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Starting a Small Business: How to Research Your Market

Airmen from Joint Base Andrews take part in a focus group. (Air Force photo)
Airmen from Joint Base Andrews take part in a focus group. (Air Force photo)

10 Steps to Starting Your Own Business: Step 1

Making the leap from a military career to a veteran-owned small business might seem like a daunting challenge -- but then again, you've faced daunting challenges during your time in service. To pull your business together, what you need is a well-executed battle plan.

If you have an idea for a business, the first step is researching your market, and determining if there's an opportunity to turn your idea into a success. During this phase you'll gather info about customers who would be interested in what you would offer, as well as businesses already operating in your area. Use that information to find a competitive advantage for your business.

Customer Research

For customer research, follow these points:

  • Demand: Is there a desire for your product or service?
  • Market size: How many people would be interested in your offering?
  • Economic indicators: What is your area's income range and employment rate? Will enough people have the finances to afford your product?
  • Location: Where do your customers live and where can your business reach?
  • Market saturation: How many similar options are already available to consumers?
  • Pricing: What do potential customers pay for these alternatives?

To help answer these above questions, you can use the resources on this Small Business Administration page.

You can also do "direct" research, and connect with prospective customers to get their direct opinions. This can be done through:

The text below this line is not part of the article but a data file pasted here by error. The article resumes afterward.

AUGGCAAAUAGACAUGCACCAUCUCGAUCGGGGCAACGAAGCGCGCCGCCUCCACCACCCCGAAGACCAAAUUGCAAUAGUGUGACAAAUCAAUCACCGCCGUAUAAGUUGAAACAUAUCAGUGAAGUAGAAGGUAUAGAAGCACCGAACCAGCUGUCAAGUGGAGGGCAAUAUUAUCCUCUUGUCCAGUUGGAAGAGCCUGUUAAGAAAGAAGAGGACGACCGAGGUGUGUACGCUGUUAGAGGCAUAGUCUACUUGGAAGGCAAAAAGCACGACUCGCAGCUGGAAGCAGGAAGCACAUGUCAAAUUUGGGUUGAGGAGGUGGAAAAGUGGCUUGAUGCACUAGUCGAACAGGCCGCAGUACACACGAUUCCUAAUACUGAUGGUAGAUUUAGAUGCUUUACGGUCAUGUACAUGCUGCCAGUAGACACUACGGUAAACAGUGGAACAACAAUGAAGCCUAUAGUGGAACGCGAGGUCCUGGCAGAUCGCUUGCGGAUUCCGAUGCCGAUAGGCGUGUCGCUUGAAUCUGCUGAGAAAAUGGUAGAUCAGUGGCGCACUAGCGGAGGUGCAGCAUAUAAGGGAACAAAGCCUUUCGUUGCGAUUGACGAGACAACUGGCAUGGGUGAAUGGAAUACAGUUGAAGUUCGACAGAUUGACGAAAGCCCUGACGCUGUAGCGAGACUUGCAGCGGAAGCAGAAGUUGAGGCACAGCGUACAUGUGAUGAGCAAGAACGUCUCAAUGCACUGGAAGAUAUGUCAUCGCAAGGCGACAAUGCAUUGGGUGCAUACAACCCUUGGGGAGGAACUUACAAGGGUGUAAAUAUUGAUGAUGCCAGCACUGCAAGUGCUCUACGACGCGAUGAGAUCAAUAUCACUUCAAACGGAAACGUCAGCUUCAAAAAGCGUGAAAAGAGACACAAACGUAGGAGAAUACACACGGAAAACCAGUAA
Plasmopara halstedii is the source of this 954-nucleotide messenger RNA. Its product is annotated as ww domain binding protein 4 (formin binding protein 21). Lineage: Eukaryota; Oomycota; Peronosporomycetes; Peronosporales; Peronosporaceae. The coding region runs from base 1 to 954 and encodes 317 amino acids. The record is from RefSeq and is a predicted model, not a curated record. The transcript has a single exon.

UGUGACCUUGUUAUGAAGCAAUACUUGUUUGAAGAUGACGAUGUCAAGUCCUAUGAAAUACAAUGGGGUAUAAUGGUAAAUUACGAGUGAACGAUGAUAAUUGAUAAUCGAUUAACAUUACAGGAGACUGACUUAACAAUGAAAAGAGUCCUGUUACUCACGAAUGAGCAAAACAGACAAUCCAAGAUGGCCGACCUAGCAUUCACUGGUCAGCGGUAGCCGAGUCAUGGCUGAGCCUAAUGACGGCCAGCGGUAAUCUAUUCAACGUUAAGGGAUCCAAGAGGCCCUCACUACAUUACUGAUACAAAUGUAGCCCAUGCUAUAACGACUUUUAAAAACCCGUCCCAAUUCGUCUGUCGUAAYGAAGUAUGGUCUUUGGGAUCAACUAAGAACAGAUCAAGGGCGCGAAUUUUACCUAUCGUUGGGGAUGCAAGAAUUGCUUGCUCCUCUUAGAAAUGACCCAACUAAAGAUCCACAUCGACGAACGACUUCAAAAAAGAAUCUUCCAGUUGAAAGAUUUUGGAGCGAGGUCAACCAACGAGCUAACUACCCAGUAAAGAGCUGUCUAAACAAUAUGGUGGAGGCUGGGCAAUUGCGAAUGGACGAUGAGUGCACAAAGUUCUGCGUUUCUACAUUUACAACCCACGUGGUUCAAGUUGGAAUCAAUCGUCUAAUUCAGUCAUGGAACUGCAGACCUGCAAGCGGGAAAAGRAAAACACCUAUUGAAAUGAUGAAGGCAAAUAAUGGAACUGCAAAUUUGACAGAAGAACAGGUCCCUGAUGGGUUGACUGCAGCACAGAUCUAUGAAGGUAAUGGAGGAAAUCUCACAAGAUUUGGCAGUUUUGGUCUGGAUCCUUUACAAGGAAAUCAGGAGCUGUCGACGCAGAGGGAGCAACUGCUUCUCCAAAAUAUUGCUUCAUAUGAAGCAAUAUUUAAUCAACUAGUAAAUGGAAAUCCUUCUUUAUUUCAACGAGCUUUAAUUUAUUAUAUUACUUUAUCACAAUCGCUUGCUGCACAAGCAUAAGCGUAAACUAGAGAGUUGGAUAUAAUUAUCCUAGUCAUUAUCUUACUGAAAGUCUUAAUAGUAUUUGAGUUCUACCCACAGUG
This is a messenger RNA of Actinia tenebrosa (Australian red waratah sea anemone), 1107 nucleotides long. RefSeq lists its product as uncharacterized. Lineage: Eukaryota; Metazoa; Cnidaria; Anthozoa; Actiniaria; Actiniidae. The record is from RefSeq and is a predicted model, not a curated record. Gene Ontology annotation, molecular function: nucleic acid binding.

• Surveys and questionnaires (visit SurveyMonkey for tips on how to create them)
  • Focus groups (this Fortune article explains how you can create one)
  • In-depth interviews

Keep in mind that direct research can be time-consuming and expensive. Use it to answer questions about your specific business or customers, like reactions to your logo, improvements you could make to buying experience, and where customers might go instead of your business.

Competitive Analysis

Competitive analysis helps you learn from businesses competing for your potential customers. This is key to figuring out what your "competitive edge" is — what you can provide that other businesses can't, and creates sustainable revenue for you.

Your competitive analysis should identify your competition by product line or service and market segment, and address these characteristics:

  • Market share
  • Strengths and weaknesses
  • Your window of opportunity to enter the market
  • The importance of your target market to your competitors
  • Any barriers that may hinder you as you enter the market
  • Indirect or secondary competitors who may impact your success

The SizeUp tool can help you discover how your business stacks up against competitors by city and industry.

Several industries might be competing to serve the same market you're targeting. That's why you should make sure to differentiate your competitive analysis by industry. There are many methods for doing this, including Porter's Five Forces analysis. Important industry factors to consider include level of competition, threat of new competitors or services, and the effect of suppliers and customers on price.

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